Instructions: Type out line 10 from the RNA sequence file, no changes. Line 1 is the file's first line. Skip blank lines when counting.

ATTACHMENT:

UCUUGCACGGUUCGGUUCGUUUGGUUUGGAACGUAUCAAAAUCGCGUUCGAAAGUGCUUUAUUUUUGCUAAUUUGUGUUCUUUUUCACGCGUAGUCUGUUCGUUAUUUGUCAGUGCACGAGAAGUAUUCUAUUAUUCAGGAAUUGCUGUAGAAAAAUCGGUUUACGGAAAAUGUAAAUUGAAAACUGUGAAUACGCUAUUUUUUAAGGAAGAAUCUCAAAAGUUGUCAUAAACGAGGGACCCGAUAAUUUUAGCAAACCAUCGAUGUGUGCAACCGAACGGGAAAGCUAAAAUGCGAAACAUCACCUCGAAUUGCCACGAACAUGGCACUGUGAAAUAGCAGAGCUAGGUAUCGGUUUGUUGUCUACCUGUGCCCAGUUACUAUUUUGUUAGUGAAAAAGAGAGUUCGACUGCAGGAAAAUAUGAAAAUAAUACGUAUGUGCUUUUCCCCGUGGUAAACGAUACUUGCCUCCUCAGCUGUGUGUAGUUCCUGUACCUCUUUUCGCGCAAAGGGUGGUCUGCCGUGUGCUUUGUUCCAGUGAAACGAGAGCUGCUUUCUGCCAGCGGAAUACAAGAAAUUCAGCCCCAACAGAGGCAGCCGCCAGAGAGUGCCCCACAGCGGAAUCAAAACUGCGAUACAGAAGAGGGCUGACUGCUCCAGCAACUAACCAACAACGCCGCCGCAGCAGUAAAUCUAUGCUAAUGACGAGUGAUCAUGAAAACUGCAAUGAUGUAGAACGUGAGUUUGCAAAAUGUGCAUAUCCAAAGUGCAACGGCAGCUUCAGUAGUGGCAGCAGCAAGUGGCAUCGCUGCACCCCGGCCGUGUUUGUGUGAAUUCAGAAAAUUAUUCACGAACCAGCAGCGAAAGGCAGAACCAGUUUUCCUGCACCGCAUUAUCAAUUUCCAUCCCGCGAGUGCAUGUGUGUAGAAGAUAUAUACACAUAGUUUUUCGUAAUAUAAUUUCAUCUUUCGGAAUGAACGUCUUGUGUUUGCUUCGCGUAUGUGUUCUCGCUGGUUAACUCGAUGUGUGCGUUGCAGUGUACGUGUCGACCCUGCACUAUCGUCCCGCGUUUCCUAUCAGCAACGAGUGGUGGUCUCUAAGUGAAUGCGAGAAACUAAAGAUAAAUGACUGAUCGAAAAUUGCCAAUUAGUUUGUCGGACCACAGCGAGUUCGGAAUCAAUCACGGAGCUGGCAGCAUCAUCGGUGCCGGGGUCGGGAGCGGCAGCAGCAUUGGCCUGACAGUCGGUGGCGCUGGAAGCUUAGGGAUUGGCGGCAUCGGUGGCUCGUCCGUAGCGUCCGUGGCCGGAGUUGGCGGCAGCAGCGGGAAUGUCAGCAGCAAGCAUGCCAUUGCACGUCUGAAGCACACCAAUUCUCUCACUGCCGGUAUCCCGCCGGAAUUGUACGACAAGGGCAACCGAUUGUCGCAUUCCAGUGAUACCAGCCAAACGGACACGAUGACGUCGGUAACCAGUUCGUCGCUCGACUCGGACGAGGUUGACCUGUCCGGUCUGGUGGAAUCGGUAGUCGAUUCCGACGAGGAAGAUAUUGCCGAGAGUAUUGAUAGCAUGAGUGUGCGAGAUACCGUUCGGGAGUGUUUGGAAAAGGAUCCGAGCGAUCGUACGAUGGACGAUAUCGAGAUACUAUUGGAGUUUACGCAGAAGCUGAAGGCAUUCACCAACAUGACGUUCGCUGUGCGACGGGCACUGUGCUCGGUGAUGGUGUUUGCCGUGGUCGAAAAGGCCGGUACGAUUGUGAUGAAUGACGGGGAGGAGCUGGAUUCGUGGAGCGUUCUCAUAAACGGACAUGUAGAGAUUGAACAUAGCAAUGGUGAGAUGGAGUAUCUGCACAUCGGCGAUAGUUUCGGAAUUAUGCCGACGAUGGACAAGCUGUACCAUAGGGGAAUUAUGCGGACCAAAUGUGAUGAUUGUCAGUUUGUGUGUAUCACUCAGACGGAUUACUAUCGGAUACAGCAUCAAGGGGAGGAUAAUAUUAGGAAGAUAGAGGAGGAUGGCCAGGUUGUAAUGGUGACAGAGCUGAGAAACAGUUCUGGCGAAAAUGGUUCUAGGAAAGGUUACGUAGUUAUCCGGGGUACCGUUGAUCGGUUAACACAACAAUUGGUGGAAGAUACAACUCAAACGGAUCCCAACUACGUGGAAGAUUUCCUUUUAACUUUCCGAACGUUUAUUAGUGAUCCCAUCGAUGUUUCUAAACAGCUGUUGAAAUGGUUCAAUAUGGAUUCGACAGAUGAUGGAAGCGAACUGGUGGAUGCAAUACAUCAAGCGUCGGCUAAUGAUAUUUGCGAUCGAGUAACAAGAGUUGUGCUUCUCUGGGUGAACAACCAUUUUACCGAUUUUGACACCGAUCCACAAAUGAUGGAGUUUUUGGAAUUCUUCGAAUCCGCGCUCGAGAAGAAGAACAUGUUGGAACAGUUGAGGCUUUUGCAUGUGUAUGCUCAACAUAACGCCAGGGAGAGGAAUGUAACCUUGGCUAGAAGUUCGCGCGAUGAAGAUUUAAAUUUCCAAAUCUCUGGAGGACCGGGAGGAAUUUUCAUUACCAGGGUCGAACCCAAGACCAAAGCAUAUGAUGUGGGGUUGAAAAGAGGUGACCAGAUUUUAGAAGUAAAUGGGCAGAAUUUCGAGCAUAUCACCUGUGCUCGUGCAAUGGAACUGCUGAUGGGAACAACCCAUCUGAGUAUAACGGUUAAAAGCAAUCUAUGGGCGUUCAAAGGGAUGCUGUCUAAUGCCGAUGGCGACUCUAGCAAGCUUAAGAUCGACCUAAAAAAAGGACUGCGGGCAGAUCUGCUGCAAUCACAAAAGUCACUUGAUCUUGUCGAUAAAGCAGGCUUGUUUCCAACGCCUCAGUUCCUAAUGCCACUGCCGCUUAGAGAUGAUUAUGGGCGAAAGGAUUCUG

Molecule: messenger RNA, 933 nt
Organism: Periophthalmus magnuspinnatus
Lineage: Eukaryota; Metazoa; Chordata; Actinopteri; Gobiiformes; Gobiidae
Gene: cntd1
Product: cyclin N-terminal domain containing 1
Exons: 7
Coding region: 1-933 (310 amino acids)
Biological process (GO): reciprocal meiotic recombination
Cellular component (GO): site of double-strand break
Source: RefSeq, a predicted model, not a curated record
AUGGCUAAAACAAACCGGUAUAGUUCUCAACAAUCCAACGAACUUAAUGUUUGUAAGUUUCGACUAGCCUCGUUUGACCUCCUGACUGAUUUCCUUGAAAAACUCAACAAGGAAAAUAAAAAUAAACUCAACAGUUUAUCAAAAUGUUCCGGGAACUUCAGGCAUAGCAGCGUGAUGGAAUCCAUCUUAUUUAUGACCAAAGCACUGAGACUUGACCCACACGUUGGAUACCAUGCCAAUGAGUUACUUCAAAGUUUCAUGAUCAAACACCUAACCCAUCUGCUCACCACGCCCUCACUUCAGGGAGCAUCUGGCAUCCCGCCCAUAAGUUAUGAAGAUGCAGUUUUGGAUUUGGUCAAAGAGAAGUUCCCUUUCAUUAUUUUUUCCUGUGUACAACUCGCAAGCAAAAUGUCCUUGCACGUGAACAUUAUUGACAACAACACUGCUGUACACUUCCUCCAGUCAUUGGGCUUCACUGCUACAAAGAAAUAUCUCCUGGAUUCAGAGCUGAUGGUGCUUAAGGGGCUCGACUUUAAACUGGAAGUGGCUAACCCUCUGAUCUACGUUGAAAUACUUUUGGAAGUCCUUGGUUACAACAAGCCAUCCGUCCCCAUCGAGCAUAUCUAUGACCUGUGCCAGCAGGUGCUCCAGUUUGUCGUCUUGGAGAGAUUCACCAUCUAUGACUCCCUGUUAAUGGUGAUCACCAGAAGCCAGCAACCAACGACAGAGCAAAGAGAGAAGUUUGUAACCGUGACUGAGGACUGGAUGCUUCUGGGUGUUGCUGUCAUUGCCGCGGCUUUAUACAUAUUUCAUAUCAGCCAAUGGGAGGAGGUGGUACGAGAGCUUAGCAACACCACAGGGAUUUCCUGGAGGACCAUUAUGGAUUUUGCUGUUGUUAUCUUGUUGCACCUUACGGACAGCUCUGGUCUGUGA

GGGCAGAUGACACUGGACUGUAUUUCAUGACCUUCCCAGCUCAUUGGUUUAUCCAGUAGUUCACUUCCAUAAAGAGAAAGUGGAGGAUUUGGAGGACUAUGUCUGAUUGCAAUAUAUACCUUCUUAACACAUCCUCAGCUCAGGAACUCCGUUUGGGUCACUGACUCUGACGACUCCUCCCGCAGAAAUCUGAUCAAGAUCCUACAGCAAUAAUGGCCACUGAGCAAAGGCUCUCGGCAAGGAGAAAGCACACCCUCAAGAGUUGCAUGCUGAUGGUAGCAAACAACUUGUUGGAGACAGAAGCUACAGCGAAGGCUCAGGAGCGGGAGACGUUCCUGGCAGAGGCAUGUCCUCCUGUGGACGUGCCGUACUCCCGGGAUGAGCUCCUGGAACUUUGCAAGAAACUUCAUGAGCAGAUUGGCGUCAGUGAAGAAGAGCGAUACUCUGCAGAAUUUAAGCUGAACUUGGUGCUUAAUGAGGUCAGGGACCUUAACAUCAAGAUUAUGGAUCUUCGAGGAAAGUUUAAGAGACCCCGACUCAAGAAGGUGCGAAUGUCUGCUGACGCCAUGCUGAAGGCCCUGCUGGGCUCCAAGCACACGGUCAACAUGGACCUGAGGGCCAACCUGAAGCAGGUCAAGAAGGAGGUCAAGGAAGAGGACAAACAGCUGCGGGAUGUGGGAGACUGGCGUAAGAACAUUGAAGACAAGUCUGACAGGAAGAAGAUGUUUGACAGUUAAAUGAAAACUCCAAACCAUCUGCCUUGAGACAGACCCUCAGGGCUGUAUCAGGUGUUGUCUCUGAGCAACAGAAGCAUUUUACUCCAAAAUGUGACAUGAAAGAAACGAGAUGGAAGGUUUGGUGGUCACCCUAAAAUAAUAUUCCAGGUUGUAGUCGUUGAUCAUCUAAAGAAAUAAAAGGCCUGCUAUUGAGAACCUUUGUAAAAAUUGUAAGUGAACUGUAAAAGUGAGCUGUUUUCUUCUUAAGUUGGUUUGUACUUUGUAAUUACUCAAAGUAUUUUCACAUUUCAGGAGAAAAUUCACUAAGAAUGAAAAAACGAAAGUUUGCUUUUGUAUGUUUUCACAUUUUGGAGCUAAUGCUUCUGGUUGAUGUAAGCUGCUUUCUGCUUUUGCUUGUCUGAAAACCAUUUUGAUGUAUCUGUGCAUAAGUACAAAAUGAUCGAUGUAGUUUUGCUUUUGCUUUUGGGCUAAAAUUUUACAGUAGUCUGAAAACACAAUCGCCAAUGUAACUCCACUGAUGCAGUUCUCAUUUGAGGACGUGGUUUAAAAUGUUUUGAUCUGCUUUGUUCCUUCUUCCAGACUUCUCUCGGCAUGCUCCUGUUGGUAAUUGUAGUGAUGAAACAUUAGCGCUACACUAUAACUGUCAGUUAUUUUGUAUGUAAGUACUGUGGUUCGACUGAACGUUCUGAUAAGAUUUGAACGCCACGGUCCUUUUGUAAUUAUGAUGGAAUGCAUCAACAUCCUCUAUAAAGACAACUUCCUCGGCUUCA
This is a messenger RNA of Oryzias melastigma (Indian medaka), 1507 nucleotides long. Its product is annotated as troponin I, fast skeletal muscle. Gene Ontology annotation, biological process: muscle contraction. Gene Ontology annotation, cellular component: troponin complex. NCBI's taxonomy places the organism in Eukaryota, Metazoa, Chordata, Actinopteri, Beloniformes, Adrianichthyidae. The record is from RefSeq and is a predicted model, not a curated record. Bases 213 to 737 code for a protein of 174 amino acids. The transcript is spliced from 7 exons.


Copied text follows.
Cellular component (GO): site of double-strand break